Tax Carnival hiatus
Koskinen likely to face IRS bonus questions from tax panel

Tax moves to make in February 2014

How in the heck did February already arrive? And now we're four days into the shortest month? What the…?!?

February_tax_moves_160OK. Take a breath. And yes, I'm talking to myself as well as to any similarly flustered blog readers.

There's still time left in this shortest month to take care of important tax tasks. So let's take a quick look at some tax moves to make in February's remaining 28 days.

A lot of folks filed on Jan. 31 as soon as the Internal Revenue Service started accepting 2013 returns. But the rest of us are waiting, in part because we still don't have all the tax forms and statements we need to fill out our 1040s. But they should be in snail mail and email boxes soon.

Once your 2013 tax documents do arrive, double check them. If you find any errors, you have plenty of time to have the issuer correct it.

Shopping time: February brings us another federal holiday and three-day weekend. You know what that means: sales!

Sorry, U.S. presidents, this is indeed what we've come to here in the good old U.S. of A. But those ubiquitous Monday holiday sales also have tax implications.

If you hit the stores on Feb. 17, take note of the sales tax you pay. Yes, all good tax wonks know this itemized tax deduction expired at the end of 2013, but it could be back for 2014 when Congress finally gets around to considering an extenders package.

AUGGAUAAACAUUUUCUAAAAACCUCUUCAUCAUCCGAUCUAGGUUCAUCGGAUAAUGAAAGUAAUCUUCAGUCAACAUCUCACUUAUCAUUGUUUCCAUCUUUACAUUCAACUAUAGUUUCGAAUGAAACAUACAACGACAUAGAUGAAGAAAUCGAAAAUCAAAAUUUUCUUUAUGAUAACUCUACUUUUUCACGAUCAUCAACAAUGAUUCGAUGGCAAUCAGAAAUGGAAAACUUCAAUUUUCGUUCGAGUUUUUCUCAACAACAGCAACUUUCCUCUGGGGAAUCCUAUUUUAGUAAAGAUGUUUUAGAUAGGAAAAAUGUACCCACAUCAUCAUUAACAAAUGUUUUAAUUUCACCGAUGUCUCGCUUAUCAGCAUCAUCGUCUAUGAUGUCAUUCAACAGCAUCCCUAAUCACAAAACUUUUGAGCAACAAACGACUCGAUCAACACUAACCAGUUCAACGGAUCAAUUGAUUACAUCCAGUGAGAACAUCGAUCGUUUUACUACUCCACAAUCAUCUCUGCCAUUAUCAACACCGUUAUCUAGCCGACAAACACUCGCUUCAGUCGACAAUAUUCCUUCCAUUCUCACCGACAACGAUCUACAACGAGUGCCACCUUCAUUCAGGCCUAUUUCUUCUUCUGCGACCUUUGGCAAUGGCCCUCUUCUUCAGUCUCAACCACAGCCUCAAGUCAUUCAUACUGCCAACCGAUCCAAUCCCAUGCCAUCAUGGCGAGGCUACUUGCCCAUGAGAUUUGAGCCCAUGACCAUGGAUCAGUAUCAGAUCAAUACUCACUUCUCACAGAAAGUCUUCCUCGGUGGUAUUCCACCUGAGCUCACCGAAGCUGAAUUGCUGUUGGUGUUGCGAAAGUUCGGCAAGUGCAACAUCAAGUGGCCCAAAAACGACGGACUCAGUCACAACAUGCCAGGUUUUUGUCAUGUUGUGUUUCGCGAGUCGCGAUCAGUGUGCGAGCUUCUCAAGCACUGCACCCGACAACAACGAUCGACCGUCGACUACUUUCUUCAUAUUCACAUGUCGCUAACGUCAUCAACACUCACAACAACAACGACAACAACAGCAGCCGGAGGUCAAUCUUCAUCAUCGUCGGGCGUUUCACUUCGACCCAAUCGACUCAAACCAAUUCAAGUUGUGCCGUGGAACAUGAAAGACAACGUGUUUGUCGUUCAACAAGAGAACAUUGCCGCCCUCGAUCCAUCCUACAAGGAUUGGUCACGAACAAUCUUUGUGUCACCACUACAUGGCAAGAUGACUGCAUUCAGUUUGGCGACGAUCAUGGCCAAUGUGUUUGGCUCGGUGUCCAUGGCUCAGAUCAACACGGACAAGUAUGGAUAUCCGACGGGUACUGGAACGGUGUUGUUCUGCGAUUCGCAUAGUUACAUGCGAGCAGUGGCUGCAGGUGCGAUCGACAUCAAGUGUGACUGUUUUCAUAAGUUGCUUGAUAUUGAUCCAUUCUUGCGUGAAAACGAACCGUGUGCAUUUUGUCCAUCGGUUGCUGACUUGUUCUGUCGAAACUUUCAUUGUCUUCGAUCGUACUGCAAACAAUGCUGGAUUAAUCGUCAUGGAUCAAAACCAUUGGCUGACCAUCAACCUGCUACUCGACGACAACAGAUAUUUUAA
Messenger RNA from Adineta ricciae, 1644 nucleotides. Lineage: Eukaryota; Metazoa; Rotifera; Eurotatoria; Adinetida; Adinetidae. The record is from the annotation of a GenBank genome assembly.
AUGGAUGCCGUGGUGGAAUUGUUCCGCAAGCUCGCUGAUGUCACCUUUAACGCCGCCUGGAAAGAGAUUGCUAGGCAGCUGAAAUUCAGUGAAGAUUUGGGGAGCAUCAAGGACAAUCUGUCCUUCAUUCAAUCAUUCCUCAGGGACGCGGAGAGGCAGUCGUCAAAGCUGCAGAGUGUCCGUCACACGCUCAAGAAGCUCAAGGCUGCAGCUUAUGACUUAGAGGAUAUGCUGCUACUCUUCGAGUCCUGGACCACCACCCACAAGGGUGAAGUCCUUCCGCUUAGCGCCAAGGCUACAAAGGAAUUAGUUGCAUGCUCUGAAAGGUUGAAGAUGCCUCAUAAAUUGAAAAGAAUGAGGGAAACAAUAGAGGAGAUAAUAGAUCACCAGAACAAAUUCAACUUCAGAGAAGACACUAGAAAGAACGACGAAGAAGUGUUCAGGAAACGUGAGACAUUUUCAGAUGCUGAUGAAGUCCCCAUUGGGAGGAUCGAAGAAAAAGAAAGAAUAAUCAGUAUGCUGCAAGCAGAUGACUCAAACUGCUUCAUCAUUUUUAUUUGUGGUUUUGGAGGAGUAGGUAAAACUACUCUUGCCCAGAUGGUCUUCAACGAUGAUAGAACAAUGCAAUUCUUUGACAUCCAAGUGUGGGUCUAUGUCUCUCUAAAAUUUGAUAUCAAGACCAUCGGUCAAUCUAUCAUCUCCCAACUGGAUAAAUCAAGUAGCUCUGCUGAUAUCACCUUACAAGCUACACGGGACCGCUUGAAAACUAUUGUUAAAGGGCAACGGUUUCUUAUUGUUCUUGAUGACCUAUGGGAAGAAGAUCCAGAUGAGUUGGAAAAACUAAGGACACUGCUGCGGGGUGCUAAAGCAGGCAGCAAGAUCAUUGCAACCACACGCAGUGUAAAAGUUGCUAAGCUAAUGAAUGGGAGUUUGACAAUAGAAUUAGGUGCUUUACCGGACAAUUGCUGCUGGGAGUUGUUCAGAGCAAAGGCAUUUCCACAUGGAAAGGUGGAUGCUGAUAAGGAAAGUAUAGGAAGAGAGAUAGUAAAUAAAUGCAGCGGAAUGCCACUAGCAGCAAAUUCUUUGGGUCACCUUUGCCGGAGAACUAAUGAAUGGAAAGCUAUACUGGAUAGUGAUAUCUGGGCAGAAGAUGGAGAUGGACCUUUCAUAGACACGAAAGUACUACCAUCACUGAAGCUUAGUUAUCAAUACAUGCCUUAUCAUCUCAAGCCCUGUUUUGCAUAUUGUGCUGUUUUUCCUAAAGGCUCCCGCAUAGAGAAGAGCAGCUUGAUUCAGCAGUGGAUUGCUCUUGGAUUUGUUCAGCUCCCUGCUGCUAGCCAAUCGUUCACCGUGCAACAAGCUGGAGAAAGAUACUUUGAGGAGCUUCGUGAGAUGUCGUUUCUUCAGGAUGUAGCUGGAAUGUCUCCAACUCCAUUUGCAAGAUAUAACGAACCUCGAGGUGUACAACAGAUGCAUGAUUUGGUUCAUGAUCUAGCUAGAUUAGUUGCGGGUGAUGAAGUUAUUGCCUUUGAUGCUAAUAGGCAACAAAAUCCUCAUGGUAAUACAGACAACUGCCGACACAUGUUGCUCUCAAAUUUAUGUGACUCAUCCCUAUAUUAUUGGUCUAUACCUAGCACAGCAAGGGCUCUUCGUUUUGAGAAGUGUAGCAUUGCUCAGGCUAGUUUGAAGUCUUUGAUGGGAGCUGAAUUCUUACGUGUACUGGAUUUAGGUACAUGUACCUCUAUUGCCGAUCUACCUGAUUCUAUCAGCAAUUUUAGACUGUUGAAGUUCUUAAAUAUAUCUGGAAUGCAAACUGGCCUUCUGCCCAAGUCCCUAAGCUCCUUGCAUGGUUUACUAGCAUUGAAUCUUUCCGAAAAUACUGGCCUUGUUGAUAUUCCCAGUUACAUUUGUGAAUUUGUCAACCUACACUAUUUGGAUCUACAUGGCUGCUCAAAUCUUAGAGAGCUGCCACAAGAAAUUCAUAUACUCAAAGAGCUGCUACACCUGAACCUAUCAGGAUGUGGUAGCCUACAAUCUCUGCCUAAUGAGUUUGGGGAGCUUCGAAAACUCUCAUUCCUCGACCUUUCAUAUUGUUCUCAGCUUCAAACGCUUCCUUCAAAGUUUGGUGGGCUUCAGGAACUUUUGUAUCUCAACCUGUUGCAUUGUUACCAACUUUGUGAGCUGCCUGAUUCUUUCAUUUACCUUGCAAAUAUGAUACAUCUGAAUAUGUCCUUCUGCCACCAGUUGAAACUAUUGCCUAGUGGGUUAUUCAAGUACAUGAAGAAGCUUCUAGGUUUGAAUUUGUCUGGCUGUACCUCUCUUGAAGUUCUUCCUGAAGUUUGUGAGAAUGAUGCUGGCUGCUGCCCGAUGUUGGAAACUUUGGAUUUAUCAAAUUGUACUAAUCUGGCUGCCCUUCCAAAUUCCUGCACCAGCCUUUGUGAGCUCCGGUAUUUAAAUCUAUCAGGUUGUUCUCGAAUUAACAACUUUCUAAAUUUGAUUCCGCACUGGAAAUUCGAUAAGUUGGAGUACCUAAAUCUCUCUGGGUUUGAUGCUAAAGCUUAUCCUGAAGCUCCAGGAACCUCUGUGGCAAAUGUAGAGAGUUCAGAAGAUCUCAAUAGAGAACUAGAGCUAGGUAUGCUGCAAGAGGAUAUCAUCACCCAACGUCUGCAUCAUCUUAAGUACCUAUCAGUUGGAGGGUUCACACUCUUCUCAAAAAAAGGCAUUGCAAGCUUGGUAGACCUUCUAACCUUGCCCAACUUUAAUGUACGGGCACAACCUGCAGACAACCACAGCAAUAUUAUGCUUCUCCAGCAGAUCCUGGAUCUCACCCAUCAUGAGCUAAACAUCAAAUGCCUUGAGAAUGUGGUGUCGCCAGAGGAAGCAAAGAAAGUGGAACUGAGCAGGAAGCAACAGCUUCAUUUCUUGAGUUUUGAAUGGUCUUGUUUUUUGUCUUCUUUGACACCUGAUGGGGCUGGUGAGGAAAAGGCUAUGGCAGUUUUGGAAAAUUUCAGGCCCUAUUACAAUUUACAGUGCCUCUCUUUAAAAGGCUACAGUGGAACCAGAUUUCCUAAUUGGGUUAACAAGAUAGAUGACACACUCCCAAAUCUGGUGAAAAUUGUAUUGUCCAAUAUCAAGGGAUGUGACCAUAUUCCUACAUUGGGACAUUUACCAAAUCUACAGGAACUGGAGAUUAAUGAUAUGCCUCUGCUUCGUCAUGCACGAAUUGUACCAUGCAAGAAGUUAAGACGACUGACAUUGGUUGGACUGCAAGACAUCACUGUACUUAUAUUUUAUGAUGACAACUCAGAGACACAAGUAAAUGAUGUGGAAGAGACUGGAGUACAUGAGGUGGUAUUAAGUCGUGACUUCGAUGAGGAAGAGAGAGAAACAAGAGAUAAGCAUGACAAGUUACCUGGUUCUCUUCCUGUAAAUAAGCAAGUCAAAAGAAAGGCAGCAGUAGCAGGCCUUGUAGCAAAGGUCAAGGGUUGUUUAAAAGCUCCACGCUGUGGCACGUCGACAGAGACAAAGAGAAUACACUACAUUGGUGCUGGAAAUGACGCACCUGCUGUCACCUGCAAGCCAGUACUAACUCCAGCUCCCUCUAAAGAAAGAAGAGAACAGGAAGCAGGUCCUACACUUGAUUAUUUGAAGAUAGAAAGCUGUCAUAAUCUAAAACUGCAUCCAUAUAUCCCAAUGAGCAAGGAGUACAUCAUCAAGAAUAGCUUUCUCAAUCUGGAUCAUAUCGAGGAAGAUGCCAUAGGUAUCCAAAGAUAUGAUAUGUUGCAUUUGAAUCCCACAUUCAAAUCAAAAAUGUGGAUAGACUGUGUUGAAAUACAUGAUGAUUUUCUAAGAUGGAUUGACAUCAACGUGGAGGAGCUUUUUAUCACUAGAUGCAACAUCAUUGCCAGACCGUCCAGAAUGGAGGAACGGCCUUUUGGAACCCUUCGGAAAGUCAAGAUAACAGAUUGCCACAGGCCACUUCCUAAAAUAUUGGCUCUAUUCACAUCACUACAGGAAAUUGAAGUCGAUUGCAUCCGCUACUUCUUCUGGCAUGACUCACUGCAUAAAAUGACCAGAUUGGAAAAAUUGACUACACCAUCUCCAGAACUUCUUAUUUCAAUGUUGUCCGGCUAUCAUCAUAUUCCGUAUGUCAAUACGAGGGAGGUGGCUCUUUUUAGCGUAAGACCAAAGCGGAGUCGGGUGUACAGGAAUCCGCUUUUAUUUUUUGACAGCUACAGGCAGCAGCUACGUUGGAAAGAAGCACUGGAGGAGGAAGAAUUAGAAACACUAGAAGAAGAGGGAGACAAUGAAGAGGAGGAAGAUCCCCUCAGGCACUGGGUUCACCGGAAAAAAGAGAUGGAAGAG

Meanwhile, sales taxes can still be claimed on your 2013 Schedule A. If you want to deduct that amount instead of state and local income taxes you paid last year (you have to choose one or the other), don't forget about any major purchases. If you bought a motor vehicle -- this includes a car, truck, motorcycle, RV, boat or airplane -- the sales tax you forked over for that purchase could add to the average sakes tax amount in the IRS-provided tables for each state.

Tax love is in the air: But the most popular February holiday is, of course, Valentine's Day. And we all know that love and taxes are inseparable.

Same-sex married couples will be filing federal returns jointly (or as married filing separately) for the first time. Sure, some married couples regardless of sexual preference might face the marriage tax penalty; this tends to happen when both spouses make around the same, higher-income tax bracket amounts.

But in most cases a joint filing will produce a better tax result for couples. Plus, there are a lot of tax breaks that aren't available to married filers who opt for separate returns.

Show me my tax money: And if you have already filed your taxes, it's probably because you're getting a refund. February is the month when you can start checking the IRS' online tracking tool to find out exactly Where's My Refund?

These are just a few of the many tax things to think about this month. You can find more in in the February Tax Moves listed over in the ol' blog's right column, starting under the red tax deadline day countdown clock.

Just scroll down a bit and make this shortest month come up big for you this tax season.


Feed You can follow this conversation by subscribing to the comment feed for this post.

The comments to this entry are closed.